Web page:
Republicans at a House majority caucus press conference Friday morning cited energy production, including measures to revive the decline in oil flowing through the trans-Alaska pipeline system, as a top issue for the caucus during this legislative session, with one representative expressing confidence that a bill to cut oil production taxes will pass this spring.
Rep. Eric Feige, R-Chickaloon, noted that many freshman legislators campaigned on reducing oil taxes “as a means to spur on the Alaskan economy.”
“I can tell you the mood in this building is considerably different than it was last year,” Feige said. “I have no doubt that we will pass, as a Legislature … an oil tax bill. Our job right now is to make sure that bill is a good deal for Alaska, make sure that bill does what we want it to do.”
Rep. Mike Hawker, R-Anchorage, remarked, “I think we all see this legislative session being dominated by issues of energy security and energy solutions across our state.”
Feige is the co-chairman of the House Resources Committee. He said his committee will take up House Bill 72 — Republican Gov. Sean Parnell’s proposal to reform the oil production tax regime by eliminating progressivity from the tax, along with certain tax credits, and introduce a “gross revenue exclusion” to exempt a portion of new oil production from taxation — on Feb. 11.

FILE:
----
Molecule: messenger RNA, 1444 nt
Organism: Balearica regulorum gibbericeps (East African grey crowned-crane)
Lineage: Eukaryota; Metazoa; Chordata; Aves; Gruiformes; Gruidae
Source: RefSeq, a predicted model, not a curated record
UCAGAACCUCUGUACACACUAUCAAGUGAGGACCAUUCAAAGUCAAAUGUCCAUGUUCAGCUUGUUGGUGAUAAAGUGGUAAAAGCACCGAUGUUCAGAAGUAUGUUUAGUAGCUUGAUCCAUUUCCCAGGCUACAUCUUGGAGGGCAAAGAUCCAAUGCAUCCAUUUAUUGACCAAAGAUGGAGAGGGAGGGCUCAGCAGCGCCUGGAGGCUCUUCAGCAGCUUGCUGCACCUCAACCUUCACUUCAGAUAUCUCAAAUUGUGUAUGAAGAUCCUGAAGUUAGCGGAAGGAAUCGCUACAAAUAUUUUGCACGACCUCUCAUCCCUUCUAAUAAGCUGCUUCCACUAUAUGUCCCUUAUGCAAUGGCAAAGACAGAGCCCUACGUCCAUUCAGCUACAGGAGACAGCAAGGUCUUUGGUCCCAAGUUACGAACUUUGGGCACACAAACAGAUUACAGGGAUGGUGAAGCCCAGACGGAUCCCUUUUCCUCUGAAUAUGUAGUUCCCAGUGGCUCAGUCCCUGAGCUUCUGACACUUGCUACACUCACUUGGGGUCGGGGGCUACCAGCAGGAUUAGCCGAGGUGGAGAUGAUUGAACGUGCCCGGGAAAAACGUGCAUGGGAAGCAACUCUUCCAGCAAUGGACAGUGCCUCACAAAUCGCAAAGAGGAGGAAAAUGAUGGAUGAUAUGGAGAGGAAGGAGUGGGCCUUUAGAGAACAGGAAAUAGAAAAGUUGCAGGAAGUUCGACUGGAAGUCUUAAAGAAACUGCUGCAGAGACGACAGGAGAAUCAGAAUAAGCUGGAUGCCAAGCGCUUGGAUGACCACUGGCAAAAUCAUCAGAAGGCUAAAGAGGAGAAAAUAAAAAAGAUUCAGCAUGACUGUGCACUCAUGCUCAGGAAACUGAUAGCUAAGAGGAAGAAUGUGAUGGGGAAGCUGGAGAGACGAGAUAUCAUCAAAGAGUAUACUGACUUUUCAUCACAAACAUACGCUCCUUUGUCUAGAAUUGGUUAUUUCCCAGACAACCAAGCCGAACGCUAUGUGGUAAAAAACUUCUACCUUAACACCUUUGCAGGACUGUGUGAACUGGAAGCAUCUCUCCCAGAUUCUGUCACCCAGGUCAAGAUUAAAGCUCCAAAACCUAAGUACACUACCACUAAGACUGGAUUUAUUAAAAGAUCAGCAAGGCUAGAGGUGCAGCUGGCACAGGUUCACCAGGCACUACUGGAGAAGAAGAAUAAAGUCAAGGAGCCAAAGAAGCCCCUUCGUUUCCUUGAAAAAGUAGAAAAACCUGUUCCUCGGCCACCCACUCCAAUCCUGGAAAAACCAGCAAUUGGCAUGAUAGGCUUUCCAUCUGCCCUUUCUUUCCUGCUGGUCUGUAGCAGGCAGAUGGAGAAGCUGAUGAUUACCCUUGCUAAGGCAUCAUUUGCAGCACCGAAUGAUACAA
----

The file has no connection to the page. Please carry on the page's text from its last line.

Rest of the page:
The Senate Special Committee on Trans-Alaska Pipeline System Throughput will also hold public hearings next week on the bill.
Parnell offered another bill to cut oil taxes last year as House Bill 110. While the Alaska House of Representatives approved the bill, it met heavy opposition in the Senate, and the governor ultimately pulled the bill from consideration amidst an acrimonious special session.
Feige compared Parnell’s latest offering to last year’s doomed proposal.
“The intellectual underpinnings behind what has gone into producing House Bill 72 are way ahead of where it was under House Bill 110,” said Feige. “These guys have put an awful lot of work into it.”
Feige and House Majority Leader Lance Pruitt, R-Anchorage, agreed that the 28th Legislature — which, as Feige pointed out, features three-quarters majorities in both the House and Senate, giving Republicans and the handful of Democrats who caucus with the majority in both chambers a legislative supermajority — may be more conducive to the idea of oil tax cuts than its predecessor.
“Perhaps in the last Legislature, there was more concern that we would somehow be hurting the state by reducing the revenues to the state government,” Feige said. “It’s not about the revenues to state government, it’s about the economy of the state of Alaska, and the oil industry is certainly a centerpiece of that economy.”
“I think you’ve got a group of people here who are tired of seeing decline,” Pruitt added. “I think it’s important that you’ve got a group of people here who recognize that if we don’t do something, then we’re going to be in a world of hurt. And we need to make some change. I think that’s what’s important to recognize, that you’ve got a group of people that are ready to see a lasting reform.”